Presented visual stimuli to cats and found each neuron in the visual area of the cortex responded to a specific type of stimulation that caused neurons in and near the visual cortex to fire (feature detectors since they respond to specific stimulus features such as orientation, movement and length )
Processing that occurs in a persons resources and leaves little capacity to handle other tasks
How neural firing represents various characteristics of the environment.
What is a problem of neural representation called
Problem of sensory coding
representation of a specific stimulus by the firing of neurons that respond only to that stimulus (ex: neurons for a specific face)
Neural representation of a stimulus by the pattern of firing of s large number of neurons
Neural coding based on the pattern of activity in small groups of neurons while majority stays silent
We have a specific neuron that matches to a specific face
Group of neurons that work together to do recognition in the brain
Localization of function
Specific functions in specific areas of the brain
3mm thick outer later of the Brain that contain mechanisms responsible for higher mental functions like perception, language thinking and problem solving
Study of behavior of people with brain damage
In the frontal lobe associated with language production. Damage can cause brocas aphasia with ungrammatical speech and difficulty understanding sentences
In temporal lobe associated with understanding language- incoherent speech but fluent grammatically correct. Trouble comprehending language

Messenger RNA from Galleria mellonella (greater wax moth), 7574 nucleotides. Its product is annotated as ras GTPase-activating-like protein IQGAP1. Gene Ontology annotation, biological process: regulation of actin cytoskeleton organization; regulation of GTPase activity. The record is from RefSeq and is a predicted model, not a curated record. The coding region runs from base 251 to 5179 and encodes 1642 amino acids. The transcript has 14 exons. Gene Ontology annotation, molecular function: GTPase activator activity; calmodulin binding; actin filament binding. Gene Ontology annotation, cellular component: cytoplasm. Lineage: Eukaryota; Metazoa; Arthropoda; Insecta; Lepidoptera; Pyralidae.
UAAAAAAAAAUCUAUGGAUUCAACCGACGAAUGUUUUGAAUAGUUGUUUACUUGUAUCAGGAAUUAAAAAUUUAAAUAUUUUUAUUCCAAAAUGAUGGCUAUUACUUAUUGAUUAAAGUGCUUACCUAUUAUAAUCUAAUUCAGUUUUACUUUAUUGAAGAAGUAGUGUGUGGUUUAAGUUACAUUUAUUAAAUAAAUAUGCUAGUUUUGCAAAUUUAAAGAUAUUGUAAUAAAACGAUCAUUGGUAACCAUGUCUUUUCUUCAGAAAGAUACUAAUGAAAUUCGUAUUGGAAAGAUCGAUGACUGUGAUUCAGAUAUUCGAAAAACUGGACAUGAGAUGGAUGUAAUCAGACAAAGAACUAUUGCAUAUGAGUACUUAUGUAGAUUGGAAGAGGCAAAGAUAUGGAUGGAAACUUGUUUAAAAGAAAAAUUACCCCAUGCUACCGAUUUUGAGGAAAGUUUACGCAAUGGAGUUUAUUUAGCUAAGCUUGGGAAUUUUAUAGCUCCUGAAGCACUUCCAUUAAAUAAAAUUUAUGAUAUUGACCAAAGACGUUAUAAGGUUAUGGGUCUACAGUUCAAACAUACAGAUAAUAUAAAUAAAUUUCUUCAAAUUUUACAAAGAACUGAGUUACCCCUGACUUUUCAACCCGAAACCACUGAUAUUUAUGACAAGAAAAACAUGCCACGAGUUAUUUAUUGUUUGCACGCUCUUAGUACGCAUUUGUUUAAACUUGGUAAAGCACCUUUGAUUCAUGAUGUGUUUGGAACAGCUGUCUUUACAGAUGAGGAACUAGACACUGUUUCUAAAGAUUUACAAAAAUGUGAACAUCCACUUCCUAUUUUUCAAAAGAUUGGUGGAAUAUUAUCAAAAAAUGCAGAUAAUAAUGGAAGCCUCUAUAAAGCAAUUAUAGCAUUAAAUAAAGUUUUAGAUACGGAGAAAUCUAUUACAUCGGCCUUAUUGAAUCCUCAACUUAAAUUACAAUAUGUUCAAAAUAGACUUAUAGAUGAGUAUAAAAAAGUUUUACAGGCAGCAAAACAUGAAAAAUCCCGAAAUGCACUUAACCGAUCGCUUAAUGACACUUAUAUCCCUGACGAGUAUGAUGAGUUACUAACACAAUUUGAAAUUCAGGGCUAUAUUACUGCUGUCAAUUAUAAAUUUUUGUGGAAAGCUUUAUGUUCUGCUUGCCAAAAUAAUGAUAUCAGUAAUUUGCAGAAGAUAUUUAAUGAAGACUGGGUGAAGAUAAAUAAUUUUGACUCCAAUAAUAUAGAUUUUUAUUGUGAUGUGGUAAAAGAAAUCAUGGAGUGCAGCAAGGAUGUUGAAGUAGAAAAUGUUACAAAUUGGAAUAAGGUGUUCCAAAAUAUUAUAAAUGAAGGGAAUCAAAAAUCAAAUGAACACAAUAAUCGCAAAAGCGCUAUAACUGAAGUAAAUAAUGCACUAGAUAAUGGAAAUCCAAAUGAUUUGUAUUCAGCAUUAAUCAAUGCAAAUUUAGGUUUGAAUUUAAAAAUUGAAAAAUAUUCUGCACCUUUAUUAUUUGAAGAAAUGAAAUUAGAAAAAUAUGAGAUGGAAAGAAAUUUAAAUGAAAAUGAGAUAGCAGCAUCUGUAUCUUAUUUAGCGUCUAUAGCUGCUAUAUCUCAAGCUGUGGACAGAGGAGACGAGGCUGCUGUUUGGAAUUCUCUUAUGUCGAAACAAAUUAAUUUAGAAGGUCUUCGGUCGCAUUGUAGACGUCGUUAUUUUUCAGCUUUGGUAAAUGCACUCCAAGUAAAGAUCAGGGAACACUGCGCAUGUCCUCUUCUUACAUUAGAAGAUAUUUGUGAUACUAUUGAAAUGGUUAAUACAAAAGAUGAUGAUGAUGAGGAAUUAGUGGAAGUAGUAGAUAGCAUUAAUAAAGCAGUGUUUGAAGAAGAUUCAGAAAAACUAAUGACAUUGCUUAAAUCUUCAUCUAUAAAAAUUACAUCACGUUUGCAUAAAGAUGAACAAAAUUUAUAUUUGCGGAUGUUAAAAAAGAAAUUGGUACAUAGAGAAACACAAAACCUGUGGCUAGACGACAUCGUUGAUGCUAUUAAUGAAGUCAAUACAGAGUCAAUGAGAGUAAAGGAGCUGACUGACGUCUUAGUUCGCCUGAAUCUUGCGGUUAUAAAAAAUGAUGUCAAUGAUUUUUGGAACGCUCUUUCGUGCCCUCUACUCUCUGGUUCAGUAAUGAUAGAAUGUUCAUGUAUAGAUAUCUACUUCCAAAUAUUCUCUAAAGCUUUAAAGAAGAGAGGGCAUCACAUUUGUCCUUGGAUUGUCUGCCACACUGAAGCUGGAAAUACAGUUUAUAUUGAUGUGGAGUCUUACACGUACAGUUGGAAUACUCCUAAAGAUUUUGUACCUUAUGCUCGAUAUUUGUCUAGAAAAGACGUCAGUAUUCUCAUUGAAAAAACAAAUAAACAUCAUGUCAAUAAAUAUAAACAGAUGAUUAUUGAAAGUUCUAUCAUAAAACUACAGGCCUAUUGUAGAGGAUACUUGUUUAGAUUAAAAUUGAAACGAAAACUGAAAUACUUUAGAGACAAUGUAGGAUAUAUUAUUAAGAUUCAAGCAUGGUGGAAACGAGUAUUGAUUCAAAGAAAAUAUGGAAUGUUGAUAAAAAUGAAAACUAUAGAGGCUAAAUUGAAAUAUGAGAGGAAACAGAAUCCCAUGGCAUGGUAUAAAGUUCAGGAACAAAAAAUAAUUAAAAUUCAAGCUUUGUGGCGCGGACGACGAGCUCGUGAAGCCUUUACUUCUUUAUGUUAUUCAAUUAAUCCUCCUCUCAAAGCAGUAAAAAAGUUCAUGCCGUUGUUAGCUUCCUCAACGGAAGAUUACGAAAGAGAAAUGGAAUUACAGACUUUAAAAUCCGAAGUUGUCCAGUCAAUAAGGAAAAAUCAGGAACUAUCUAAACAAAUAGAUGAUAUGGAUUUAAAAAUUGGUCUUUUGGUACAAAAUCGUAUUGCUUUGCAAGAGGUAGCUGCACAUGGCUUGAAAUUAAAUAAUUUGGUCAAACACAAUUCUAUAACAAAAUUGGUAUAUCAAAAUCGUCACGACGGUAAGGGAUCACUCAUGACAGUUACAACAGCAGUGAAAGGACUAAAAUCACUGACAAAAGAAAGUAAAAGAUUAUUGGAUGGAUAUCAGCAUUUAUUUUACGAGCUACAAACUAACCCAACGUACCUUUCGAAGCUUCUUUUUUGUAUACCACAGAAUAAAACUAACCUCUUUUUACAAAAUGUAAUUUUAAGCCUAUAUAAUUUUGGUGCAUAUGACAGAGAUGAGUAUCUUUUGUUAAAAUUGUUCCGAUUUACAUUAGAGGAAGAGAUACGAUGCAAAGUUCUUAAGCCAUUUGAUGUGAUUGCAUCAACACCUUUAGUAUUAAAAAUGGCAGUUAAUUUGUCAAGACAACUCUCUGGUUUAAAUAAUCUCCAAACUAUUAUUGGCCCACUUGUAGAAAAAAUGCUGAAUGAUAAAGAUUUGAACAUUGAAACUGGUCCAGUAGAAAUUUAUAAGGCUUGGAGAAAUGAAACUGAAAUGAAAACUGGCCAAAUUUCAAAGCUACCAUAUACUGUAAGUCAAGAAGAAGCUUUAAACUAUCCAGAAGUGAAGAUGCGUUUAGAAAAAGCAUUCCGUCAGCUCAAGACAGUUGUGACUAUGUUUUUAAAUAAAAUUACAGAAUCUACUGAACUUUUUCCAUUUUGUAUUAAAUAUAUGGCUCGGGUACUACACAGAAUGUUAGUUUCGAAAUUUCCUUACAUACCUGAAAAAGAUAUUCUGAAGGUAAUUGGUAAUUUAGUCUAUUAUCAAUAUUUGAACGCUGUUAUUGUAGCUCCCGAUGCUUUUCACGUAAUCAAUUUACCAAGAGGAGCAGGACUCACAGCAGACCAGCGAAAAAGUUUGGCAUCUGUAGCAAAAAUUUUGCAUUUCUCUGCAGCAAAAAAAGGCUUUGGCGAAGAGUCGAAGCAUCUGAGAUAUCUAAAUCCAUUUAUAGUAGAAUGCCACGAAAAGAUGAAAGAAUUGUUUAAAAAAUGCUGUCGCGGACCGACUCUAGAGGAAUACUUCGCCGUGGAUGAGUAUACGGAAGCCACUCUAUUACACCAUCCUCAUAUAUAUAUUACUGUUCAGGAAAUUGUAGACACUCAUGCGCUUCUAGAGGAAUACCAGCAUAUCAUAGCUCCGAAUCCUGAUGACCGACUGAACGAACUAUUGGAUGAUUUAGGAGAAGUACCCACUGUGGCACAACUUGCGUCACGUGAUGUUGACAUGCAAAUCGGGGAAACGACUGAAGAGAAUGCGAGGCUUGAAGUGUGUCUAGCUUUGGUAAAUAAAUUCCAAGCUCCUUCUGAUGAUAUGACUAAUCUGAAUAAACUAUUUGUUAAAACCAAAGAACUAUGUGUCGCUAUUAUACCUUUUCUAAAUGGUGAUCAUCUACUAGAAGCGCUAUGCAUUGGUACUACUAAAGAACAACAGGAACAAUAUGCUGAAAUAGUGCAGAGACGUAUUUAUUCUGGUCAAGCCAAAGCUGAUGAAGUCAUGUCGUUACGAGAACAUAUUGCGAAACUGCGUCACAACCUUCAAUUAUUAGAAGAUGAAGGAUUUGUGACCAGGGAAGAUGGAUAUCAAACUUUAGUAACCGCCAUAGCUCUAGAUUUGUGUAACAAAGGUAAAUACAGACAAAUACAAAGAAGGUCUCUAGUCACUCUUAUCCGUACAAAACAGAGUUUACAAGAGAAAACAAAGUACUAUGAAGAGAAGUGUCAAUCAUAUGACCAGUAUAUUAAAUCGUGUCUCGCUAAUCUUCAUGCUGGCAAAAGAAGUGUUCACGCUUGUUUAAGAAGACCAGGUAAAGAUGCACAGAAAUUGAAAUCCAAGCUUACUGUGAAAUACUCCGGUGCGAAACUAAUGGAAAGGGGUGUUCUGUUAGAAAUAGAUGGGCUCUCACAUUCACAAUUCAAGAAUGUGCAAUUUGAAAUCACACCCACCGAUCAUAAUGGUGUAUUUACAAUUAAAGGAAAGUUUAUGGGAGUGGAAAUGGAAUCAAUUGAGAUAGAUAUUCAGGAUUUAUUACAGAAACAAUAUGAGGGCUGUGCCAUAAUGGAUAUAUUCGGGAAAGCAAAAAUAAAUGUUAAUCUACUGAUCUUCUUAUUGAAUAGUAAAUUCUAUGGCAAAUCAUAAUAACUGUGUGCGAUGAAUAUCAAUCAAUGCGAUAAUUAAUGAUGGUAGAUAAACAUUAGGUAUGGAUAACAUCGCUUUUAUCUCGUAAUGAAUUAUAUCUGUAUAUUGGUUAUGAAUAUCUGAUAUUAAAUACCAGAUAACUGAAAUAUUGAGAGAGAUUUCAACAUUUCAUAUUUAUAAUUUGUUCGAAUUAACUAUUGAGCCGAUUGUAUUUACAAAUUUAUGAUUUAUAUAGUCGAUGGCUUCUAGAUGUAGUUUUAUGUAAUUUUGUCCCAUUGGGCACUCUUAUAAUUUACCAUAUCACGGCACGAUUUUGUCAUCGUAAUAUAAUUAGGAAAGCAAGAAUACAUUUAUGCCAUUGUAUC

Back of brain that is devoted to analyzing incoming visual information
What happens if you have a damaged occipital lobe?
Side of brain responsible for language, memory, hearing, and vision.
What does the stoma sensory cortex do
receives signals from the skin in the parietal lobe
Top of the brain that contains mechanisms responsible for sensations caused by stimulation of the skin and some visual
Receives signals from all of the senses and is responsible for coordination of the senses and thinking and problem solving
Damage to the temporal lobe causing inability to recognize faces
A single dissociation can be demonstrated in one person and the opposite type of single dissociation in another
Technique such as functional magnetic resonance imaging that results in images of the brain that represent brain activity. The activity is measured in response to specific tasks
Magnetic resonance imaging
Brain imaging technique that creates images of structures with in the brain.
What are MRI's used for
Detecting tumors and other brain abnormalities. Does not indicate neural activity
Functional magnetic resonance imaging
Brain imaging technique that measures how blood flow changed in response to cognitive activity
Fusiform face area (FFA)
Areas in temporally lobe that contains many neurons that respond selectively to faces
Paraphippocsmpal Place Area (PPA)
In temporal lobe that contains neurons that are selectively activated by pictures of indoor and outdoor scenes.
Extrastrate body area (EBA)
Area in temporal cortex that is activated by pictures of body parts and bodies but not faces or objects
Occurs when a specific cognition activates many areas of the brain
Groups of neurons or structures that are connected together
Number of connected structures that are involved in perception of pain.
Diffusion tension imaging
Technique based on detection of hle water diffuses along the length of nerve fibers for trading nerve large and determining connection
Feeling or making a persons skull for bumps or divots.
What was the claim for bumps on the skull
More space = more brain matter.
What does a ct scan do?
Allow you to see pictures of body like an x Ray. Allows to see a tumor in someone's brain